With respect to the contract in the fall of 2000, there was another HSC researcher, Dr. Casner, who was working on the same study as Butler. Dr. Casner's contract with Pharmacia was not split, and therefore it appeared that he had a budget twice the size of Butler's. A representative with HSC who was aware of Dr. Casner's contract, contacted Butler to inform him that she could get Butler a bigger budget. Butler allegedly refused the offer and informed the HSC representative that he would remain in charge of negotiating his own contracts. Butler had also negotiated two similar contracts with Chiron (another pharmaceutical company), using the contracts with Pharmacia as a template. The contracts with Chiron involved drug studies that were conducted in February 1999 and March 2000. 1 Butler received payments under the contracts with Pharmacia and Chiron until August 2001.
The existence of the shadow contracts first came to the attention of HSC in July 2002, when an HSC representative learned from a Pharmacia representative that Butler was getting one-half of the money from the Pharmacia studies, while HSC received the other half. HSC initiated a preliminary investigation into the split contracts that continued until January 9, 2003, when HSC informed Butler by letter that an additional investigation by authorities charged with compliance issues was to begin. In the letter, HSC sought a response from Butler by no later than January 21, 2003. For the reasons discussed below, HSC never received the requested response.
In addition to his work at HSC in Texas, Butler conducted plague research in Tanzania in 2001. 2 Then, in April 2002, Butler returned to Tanzania where, for approximately 10 days, he worked on research of plague in human patients at clinics there. Part of his research involved personally culturing and subculturing specimens that he planned to bring back to the United States for additional studies.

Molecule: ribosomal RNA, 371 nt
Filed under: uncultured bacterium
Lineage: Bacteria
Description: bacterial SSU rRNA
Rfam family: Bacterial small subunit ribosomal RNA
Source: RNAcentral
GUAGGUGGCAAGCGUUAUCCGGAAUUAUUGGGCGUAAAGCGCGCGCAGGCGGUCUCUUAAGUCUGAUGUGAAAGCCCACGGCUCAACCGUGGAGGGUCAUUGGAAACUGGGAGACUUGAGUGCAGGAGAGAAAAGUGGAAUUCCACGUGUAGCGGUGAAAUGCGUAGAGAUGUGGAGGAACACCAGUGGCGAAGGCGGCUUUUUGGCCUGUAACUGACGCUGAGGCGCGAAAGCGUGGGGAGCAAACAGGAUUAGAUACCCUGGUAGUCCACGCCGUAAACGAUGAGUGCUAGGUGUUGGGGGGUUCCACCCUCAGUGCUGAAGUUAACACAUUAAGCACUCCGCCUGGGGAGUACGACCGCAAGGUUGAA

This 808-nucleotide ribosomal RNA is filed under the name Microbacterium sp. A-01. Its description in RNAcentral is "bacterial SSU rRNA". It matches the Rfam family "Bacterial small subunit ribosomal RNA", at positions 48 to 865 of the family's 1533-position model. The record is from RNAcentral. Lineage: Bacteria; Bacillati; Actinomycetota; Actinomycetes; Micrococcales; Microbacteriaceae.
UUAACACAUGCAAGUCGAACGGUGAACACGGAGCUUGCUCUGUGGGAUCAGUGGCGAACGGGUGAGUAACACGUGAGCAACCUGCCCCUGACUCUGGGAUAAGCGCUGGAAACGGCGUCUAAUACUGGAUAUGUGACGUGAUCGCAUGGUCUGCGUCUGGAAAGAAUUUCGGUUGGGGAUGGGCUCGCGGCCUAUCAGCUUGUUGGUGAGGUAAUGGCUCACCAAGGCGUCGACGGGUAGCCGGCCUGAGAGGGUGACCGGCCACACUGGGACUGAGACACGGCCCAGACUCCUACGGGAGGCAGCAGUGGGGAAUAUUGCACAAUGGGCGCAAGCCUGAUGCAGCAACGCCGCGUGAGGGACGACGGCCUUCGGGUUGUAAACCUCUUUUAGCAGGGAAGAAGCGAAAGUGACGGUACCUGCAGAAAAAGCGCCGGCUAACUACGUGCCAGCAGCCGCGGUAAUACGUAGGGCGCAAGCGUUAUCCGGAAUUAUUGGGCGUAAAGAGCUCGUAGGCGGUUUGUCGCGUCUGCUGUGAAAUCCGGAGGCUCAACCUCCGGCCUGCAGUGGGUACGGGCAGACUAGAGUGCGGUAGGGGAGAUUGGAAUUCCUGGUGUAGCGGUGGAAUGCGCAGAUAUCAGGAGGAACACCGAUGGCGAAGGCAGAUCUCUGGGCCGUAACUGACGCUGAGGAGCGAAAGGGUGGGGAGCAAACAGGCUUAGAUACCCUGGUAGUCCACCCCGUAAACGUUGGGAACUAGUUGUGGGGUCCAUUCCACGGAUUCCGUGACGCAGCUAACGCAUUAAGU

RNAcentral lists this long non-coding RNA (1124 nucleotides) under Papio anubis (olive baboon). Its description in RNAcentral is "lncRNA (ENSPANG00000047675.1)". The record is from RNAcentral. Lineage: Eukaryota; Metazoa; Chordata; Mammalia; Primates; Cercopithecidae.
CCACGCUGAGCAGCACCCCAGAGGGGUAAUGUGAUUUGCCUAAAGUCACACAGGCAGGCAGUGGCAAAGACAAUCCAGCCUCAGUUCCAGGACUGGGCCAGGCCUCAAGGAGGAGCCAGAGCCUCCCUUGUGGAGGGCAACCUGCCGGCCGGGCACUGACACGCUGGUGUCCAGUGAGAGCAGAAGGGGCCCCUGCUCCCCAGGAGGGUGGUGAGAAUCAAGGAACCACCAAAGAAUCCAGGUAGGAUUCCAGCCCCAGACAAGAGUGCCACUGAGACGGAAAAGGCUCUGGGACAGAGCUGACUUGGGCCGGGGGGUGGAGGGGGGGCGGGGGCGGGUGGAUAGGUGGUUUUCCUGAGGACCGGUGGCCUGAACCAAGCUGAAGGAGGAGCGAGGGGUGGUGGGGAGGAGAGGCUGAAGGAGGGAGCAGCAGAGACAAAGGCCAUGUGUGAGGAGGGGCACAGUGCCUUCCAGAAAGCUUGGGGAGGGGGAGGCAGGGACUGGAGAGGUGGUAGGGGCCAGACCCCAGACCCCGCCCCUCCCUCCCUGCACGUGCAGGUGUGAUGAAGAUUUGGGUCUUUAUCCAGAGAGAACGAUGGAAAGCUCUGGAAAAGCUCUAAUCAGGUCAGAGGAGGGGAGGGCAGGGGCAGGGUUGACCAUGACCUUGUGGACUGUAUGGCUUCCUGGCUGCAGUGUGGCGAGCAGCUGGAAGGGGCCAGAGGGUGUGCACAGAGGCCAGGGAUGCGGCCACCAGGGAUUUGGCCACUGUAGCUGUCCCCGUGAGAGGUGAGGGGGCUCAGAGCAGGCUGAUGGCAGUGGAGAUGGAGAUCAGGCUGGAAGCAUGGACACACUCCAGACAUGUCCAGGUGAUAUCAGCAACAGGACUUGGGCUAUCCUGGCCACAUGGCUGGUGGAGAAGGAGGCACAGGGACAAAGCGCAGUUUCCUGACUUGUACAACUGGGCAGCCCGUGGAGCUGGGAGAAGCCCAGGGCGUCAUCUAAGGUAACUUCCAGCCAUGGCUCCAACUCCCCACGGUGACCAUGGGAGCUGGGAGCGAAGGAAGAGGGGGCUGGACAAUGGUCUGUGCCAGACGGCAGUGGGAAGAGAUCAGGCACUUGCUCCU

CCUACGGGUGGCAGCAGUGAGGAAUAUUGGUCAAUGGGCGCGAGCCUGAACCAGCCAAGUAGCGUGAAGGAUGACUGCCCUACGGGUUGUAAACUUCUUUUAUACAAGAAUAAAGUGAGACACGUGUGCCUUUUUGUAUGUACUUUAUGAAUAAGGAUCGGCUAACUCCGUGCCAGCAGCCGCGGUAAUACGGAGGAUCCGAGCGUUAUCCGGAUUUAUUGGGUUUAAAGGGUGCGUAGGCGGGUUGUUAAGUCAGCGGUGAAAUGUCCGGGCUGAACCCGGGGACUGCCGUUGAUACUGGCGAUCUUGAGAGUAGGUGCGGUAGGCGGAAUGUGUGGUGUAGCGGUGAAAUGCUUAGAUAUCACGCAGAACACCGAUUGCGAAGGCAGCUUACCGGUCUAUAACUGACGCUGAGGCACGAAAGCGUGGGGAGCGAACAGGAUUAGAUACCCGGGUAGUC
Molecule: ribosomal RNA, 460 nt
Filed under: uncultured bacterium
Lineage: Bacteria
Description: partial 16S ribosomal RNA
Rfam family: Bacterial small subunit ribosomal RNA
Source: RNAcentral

Having returned to the United States with the yersinia pestis cultures, Butler continued his research. Then, on January 13, 2003, four days after receiving the letter from HSC auditors warning of the impending investigation into the alleged shadow contracts, Butler reported that 30 vials of the yersinia pestis were missing from his HSC laboratory in Lubbock. The FBI was immediately notified and within hours descended upon Lubbock, where Butler was questioned. Eventually, Butler revealed that the yersinia pestis was not actually missing, but that he had destroyed the vials accidentally.
In April 2003, a grand jury returned a 15-count indictment charging Butler with various crimes relating to his transporting of yersinia pestis, the providing of false statements to FBI agents regarding yersinia pestis, and a tax crime. A superceding indictment was returned by the grand jury in August 2003, in which Butler was charged with 54 additional criminal counts, including mail fraud, wire fraud, and embezzlement that arose out of Butler's agreements with the pharmaceutical companies
and the Food and Drug Administration (the "FDA"). Butler filed a motion seeking to sever the Contract and Plague Counts, which the district court denied. After a three-week trial in November 2003, the jury returned a mixed-verdict against Butler, finding him guilty on most of the Contract Counts and not guilty on most of the Plague Counts and the tax count. On March 10, 2004, the district court sentenced Butler to 24 months' imprisonment, three years'supervised release, $15,000 in fines, and a $4,700 special assessment. Butler was also ordered to pay HSC restitution in the amount of $38,675. Butler timely filed the instant appeal.
I. Whether the district court erred by not severing the Contract Counts and the Plague Counts.
On appeal, Butler argues the Federal Rules of Criminal Procedure and this Circuit's case law prohibit the joinder of unrelated criminal categories charged; here, the Contract Counts and the Plague Counts. Butler contends that trying all the counts together caused him prejudice. Conversely, the Government maintains that joinder was proper because the charges in the superceding indictment were linked as transactions within a common scheme or plan.
We review a district court's denial of a motion to sever for an abuse of discretion. United States v. Booker, 334 F.3d 406, 415 (5th Cir. 2003). Whether the initial joinder of charges was improper under Rule 8 of the Federal Rules of Criminal Procedure is judged according to the allegations in the superceding indictment. See United States v. Kaufman, 858 F.2d 994, 1003 (5th Cir. 1988) . Specifically, Rule 8(a) provides that:
The indictment or information may...